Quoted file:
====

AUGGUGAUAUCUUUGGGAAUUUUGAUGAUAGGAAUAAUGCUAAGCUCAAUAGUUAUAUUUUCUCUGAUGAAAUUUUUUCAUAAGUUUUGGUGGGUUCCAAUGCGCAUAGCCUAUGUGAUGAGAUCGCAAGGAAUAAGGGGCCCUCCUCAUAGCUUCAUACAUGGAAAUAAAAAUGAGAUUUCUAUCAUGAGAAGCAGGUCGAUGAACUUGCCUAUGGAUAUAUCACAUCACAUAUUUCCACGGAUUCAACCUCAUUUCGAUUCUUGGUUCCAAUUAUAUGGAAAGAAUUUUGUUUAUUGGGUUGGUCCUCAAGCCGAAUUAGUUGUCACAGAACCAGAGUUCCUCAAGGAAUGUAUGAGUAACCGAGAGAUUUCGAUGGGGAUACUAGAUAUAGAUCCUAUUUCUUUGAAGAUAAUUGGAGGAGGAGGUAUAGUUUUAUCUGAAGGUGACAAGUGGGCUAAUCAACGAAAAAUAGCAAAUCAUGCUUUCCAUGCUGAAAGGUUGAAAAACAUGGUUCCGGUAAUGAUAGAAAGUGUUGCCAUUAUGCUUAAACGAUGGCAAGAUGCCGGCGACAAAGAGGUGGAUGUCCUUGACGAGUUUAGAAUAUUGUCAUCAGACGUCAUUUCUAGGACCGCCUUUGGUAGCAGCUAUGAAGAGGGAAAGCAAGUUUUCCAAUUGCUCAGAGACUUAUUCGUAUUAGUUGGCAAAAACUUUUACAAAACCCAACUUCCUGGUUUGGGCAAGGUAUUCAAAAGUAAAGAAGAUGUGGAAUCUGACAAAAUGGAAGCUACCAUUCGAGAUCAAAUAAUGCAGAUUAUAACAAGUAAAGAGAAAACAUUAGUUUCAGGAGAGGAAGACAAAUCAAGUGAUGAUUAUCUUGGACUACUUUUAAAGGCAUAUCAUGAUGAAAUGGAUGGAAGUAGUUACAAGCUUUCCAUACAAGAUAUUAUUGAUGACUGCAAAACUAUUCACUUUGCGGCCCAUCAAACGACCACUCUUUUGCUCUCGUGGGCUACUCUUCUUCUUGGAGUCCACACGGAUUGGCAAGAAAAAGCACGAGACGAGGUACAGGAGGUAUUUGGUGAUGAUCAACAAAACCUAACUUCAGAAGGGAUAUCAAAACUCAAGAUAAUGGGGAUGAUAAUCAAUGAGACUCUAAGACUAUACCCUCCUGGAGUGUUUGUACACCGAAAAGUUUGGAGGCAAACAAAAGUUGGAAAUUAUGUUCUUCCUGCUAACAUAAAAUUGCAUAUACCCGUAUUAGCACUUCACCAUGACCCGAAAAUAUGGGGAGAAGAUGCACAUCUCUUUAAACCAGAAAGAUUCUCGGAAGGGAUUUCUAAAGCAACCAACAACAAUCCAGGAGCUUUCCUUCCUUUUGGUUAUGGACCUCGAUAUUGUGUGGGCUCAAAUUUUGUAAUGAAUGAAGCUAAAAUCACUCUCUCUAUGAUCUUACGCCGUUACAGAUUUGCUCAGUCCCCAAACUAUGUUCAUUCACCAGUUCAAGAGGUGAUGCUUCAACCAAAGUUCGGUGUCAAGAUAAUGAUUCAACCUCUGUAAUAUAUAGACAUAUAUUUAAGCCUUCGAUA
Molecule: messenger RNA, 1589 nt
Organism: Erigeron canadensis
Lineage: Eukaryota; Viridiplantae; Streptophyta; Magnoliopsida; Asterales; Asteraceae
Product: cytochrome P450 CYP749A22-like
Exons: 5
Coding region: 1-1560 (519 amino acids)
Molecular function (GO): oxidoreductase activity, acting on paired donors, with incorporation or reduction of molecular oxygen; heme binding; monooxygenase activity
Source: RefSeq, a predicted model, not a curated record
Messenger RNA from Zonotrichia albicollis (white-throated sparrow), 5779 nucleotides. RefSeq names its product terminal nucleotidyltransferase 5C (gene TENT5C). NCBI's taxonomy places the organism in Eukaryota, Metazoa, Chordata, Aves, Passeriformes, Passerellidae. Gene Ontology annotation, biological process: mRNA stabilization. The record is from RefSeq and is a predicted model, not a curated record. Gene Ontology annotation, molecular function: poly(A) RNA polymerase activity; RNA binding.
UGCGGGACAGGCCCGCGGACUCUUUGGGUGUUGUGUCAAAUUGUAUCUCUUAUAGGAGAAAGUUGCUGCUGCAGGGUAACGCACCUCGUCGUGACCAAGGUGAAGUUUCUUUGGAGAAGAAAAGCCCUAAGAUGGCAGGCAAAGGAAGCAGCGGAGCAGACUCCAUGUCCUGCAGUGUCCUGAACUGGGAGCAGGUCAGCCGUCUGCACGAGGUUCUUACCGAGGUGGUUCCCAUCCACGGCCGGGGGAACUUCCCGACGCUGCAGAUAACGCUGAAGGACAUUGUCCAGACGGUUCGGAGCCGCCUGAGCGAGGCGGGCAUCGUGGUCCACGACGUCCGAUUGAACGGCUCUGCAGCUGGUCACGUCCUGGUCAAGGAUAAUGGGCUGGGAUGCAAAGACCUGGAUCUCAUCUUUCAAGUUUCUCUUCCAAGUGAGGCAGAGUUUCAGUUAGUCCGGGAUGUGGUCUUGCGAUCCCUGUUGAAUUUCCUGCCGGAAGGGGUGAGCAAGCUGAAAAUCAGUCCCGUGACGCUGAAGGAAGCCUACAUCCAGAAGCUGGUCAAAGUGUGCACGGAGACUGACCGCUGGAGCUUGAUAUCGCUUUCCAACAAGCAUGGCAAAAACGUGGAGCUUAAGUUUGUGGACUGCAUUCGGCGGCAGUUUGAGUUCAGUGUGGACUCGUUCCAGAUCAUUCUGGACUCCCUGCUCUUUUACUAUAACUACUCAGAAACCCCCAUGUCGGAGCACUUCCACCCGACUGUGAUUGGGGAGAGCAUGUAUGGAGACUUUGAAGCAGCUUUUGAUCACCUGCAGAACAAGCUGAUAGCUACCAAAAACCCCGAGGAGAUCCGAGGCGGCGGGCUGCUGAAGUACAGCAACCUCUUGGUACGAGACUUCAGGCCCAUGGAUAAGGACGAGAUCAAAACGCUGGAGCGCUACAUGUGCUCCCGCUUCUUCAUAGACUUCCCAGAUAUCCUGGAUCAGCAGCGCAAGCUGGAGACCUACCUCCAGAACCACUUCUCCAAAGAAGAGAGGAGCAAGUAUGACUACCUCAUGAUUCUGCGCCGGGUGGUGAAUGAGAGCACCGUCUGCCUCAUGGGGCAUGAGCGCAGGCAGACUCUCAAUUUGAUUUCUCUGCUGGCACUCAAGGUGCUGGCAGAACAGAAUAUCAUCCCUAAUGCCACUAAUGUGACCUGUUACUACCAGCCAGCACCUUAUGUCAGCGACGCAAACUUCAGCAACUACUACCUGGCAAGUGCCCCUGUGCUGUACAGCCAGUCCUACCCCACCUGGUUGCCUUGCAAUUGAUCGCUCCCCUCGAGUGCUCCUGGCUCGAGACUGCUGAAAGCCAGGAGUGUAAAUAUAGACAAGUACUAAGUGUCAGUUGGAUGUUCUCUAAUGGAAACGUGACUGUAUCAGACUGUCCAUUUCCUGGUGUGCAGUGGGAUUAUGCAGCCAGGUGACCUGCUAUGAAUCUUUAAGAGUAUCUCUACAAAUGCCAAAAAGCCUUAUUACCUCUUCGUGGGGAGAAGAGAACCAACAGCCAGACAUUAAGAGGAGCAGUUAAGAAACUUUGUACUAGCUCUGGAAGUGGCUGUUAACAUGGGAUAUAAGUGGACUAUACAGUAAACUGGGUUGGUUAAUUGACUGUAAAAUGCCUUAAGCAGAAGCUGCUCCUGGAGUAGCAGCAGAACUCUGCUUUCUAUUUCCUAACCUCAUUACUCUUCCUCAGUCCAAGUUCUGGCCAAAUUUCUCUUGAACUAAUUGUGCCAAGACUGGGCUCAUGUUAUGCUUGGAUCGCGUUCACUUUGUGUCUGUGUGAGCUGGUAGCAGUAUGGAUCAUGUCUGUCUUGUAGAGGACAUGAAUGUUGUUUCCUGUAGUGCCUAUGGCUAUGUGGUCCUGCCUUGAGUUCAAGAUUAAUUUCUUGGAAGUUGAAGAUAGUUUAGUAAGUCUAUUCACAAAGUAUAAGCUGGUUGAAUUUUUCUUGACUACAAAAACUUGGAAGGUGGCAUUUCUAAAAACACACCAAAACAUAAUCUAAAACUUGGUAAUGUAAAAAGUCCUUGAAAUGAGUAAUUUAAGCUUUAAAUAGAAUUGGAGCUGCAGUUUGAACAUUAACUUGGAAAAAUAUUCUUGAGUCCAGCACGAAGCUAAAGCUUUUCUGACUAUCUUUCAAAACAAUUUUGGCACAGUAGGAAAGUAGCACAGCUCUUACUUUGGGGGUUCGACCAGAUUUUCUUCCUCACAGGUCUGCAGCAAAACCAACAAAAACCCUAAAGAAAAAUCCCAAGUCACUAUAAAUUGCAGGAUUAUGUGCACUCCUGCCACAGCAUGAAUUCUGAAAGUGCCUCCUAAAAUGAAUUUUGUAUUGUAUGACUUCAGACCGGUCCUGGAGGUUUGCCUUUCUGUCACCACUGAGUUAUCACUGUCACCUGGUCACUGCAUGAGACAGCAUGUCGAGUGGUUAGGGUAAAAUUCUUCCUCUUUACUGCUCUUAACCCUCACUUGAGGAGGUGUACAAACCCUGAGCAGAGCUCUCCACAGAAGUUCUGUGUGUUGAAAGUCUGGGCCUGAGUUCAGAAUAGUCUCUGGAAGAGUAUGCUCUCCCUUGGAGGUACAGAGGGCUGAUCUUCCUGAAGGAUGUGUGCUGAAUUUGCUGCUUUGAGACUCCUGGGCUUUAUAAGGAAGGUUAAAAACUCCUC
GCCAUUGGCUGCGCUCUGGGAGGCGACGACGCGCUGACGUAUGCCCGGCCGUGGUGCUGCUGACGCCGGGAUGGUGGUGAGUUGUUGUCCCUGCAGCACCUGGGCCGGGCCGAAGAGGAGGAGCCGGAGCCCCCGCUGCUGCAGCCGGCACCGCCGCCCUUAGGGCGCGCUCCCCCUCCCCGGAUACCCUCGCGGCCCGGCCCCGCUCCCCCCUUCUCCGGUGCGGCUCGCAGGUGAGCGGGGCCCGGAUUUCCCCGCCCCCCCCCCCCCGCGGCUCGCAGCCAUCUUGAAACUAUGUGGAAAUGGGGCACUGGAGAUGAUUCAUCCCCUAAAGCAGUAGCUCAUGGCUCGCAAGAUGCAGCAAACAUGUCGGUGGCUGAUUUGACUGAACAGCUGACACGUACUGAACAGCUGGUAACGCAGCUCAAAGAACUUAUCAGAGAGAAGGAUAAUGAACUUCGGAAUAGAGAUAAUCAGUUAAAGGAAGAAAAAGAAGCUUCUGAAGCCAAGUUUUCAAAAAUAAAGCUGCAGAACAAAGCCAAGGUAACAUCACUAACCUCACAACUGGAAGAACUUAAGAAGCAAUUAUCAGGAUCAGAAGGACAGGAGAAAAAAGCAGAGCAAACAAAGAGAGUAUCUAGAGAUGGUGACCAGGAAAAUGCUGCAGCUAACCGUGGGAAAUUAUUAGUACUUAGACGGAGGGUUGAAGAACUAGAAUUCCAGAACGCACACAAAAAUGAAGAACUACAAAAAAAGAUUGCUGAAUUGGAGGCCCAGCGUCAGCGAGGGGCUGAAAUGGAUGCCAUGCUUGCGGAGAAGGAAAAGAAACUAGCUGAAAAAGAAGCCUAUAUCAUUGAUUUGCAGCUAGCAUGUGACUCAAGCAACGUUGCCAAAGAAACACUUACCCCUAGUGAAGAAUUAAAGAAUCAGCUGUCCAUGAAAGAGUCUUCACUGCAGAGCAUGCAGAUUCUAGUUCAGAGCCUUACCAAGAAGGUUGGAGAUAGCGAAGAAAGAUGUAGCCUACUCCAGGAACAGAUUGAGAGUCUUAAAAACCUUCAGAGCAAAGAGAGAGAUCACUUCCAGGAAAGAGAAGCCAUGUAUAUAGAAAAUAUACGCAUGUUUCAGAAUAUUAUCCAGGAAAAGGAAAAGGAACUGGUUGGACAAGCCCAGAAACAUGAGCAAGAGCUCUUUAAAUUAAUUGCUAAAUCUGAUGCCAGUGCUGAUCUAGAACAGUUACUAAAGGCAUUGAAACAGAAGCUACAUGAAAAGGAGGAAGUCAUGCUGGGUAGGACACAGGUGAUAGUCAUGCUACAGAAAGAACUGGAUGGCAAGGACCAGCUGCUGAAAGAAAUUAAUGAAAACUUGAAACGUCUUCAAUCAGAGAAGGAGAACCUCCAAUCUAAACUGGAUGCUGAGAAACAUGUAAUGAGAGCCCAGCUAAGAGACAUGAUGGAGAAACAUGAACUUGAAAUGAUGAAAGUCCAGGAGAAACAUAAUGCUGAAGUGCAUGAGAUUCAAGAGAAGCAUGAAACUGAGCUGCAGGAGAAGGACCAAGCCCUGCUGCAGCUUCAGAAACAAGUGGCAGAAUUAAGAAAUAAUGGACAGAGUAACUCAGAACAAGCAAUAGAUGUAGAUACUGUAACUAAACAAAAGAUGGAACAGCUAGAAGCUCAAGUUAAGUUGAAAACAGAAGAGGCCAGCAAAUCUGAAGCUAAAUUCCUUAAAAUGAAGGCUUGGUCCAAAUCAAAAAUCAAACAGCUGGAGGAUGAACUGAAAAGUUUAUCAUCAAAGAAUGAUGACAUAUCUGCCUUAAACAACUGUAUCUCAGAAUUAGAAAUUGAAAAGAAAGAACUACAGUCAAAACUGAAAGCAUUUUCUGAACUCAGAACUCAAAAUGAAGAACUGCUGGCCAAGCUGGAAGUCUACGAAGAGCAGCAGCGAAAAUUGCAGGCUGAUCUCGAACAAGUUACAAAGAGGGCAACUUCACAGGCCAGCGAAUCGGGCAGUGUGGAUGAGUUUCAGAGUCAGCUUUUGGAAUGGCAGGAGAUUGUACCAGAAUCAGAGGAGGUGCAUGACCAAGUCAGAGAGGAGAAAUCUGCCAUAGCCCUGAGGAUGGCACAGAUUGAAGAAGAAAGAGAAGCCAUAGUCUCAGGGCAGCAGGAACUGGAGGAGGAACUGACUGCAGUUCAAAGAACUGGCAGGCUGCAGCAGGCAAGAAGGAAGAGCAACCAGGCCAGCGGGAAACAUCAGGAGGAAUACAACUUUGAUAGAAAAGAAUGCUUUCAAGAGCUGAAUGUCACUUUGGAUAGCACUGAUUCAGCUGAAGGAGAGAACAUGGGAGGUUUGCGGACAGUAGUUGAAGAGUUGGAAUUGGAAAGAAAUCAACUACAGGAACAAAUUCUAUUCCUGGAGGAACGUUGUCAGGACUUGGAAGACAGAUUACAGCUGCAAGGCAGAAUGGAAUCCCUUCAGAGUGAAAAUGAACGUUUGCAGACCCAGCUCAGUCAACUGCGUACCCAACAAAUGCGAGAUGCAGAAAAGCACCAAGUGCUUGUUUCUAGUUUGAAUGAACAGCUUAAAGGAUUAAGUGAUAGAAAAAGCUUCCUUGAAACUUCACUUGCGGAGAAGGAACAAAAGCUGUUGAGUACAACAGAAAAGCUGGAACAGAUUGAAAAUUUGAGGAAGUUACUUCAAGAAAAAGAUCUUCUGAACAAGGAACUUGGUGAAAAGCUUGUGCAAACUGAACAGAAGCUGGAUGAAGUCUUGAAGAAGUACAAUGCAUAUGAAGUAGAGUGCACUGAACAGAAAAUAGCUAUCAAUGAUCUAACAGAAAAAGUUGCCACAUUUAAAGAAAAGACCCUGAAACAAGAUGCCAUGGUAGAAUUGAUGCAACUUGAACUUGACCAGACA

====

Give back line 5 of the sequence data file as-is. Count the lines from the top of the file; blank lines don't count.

Product: cytochrome P450 CYP749A22-like